Preschool: Social and Emotional Articles
What can parents do at home to help foster their child's emotional development? Helping your preschooler identify her feelings and giving her strategies for dealing with them in constructive ways are all part of growing up.
How much stress could a 4-year-old possibly be under, you ask? Well, she may not be worrying about the mortgage, the mother-in-law visit, or how she's going to get that presentation done before 7 a.m. but she may still be dealing with pressure.
By the time your child is around age three, you need to begin paving the way for personal safety skills. It begins now, but it's an empowering journey that will continue until your child leaves home.
What do 10 pins and a big heavy ball have to do with kindergarten? Quite a lot, actually. Believe it or not, bowling is a sport that touches on many aspects of kindergarten preparedness. Plus, it's fun!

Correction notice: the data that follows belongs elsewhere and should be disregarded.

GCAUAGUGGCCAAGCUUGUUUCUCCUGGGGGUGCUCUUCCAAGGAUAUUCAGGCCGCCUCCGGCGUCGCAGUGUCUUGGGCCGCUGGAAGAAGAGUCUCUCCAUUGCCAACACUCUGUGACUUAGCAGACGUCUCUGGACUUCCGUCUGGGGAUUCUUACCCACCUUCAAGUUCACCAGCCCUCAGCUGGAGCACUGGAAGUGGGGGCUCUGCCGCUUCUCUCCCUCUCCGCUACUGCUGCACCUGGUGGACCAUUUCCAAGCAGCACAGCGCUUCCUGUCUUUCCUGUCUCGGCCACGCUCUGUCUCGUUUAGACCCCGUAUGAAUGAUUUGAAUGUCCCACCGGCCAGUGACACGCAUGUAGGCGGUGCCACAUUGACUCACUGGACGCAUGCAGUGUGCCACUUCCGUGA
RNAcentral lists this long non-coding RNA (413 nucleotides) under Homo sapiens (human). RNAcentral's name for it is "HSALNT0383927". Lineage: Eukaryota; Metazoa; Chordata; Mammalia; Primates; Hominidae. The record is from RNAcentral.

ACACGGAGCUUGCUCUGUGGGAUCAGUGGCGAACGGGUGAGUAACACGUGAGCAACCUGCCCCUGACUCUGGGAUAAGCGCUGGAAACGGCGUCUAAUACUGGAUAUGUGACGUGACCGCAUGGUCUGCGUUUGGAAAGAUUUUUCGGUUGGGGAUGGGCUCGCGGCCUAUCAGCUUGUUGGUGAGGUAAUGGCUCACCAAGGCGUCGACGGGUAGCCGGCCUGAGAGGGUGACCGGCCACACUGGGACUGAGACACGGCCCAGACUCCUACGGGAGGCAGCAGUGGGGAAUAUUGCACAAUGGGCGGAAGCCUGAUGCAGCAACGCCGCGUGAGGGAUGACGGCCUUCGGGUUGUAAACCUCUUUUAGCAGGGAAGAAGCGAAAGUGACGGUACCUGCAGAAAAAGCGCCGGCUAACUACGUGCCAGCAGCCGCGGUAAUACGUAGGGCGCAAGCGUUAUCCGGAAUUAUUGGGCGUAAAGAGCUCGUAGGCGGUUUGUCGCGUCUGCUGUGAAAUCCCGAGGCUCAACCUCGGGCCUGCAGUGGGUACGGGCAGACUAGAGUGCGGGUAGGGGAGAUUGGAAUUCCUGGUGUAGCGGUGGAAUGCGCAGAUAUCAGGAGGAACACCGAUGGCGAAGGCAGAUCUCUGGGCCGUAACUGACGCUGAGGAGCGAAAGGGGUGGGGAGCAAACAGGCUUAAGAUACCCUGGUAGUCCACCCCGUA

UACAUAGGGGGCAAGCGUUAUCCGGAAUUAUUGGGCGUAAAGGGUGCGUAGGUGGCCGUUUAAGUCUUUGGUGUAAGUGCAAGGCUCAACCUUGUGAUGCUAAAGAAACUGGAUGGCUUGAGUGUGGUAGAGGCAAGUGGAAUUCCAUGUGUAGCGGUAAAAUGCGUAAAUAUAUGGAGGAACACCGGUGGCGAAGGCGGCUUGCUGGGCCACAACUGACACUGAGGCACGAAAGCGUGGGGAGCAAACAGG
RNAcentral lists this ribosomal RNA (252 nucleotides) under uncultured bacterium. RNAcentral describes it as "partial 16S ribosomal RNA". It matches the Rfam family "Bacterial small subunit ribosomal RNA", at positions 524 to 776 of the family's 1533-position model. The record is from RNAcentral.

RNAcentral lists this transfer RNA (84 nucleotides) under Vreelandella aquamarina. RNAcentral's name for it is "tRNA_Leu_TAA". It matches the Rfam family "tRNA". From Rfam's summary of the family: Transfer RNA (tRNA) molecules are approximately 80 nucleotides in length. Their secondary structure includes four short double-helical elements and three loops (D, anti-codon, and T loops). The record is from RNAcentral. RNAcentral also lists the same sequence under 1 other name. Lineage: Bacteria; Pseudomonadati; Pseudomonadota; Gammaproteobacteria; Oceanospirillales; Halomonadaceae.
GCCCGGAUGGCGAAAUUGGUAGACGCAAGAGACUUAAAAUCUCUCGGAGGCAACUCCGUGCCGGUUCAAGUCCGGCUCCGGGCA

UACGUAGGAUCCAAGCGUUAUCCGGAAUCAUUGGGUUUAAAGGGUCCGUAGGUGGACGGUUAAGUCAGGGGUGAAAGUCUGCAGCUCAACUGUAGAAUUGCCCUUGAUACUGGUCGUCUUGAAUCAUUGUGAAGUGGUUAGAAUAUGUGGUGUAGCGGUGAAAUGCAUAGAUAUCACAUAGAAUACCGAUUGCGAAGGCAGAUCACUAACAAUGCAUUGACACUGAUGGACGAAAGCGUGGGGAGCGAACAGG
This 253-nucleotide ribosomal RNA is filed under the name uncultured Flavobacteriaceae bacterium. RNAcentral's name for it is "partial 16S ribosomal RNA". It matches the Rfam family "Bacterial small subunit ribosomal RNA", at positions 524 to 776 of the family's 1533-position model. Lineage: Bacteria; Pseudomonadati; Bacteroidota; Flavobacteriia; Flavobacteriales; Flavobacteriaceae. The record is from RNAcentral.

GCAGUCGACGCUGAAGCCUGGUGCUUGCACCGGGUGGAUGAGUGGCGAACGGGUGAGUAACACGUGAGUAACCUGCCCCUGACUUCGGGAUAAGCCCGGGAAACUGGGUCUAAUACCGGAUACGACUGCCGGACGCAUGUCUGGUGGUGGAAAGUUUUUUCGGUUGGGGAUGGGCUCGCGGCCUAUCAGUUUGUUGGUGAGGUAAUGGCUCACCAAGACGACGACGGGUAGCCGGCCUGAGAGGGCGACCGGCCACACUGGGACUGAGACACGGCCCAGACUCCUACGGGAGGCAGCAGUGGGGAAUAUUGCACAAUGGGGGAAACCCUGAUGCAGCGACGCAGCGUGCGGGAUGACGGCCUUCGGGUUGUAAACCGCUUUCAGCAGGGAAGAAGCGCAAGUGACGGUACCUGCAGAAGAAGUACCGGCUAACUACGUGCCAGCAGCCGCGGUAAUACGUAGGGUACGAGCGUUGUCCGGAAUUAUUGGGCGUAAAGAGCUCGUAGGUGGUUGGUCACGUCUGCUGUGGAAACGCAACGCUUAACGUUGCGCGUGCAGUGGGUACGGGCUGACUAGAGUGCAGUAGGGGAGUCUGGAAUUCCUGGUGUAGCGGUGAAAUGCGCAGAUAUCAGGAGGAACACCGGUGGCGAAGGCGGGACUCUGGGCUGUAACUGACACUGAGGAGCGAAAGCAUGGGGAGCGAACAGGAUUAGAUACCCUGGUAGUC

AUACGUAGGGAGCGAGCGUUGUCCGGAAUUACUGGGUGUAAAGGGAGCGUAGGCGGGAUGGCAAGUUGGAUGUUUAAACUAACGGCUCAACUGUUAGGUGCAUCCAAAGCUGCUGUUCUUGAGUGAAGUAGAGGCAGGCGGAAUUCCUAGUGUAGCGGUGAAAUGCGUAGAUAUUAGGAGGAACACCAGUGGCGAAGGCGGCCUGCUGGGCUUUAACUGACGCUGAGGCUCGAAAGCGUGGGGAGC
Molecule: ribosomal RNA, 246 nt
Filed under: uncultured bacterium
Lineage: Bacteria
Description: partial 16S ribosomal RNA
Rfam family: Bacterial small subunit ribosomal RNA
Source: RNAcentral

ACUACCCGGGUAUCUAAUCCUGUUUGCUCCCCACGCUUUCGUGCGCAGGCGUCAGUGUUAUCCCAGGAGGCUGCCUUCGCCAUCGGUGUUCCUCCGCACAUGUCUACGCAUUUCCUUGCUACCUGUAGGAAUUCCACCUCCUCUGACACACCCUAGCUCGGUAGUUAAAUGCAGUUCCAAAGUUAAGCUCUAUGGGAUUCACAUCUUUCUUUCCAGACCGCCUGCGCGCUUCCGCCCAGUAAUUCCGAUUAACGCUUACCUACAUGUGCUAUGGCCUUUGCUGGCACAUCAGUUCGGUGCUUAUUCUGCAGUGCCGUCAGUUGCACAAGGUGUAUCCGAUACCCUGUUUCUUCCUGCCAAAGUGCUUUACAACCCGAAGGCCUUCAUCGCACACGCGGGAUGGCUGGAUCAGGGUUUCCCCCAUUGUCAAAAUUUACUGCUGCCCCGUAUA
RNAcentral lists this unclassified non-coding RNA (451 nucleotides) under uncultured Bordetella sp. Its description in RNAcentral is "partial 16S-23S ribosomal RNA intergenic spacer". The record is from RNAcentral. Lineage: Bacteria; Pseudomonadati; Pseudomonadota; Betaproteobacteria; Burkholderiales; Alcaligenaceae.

Want to help your preschooler build strong self-esteem early? Here's how to help.
Preschool children may be more prone to experiencing nightmares than are older or younger children. Here are expert ideas for helping preschool children who have had a nightmare.
Parents may try many strategies for taming their child's fears. What's the best way to erase childhood fears and help your child get back on track?
For parents of a shy child, it can be daunting to navigate how to help a child deal with social situations such as playgroups, school, or even being in an unfamiliar environment. But according to Karen Stein, an Early Childhood/Parent Educator in Palo Alto, CA, shyness doesn't have to be a problem.
Your first four years together have been heaven-sent. From his first step to his first complete sentence, you've been on-hand championing your son's growth and development. Now it's time to pass the torch to his preschool teacher.
Whether the upcoming school year means back to babysitter or back to school for your children, these books are sure to help ease them into independence.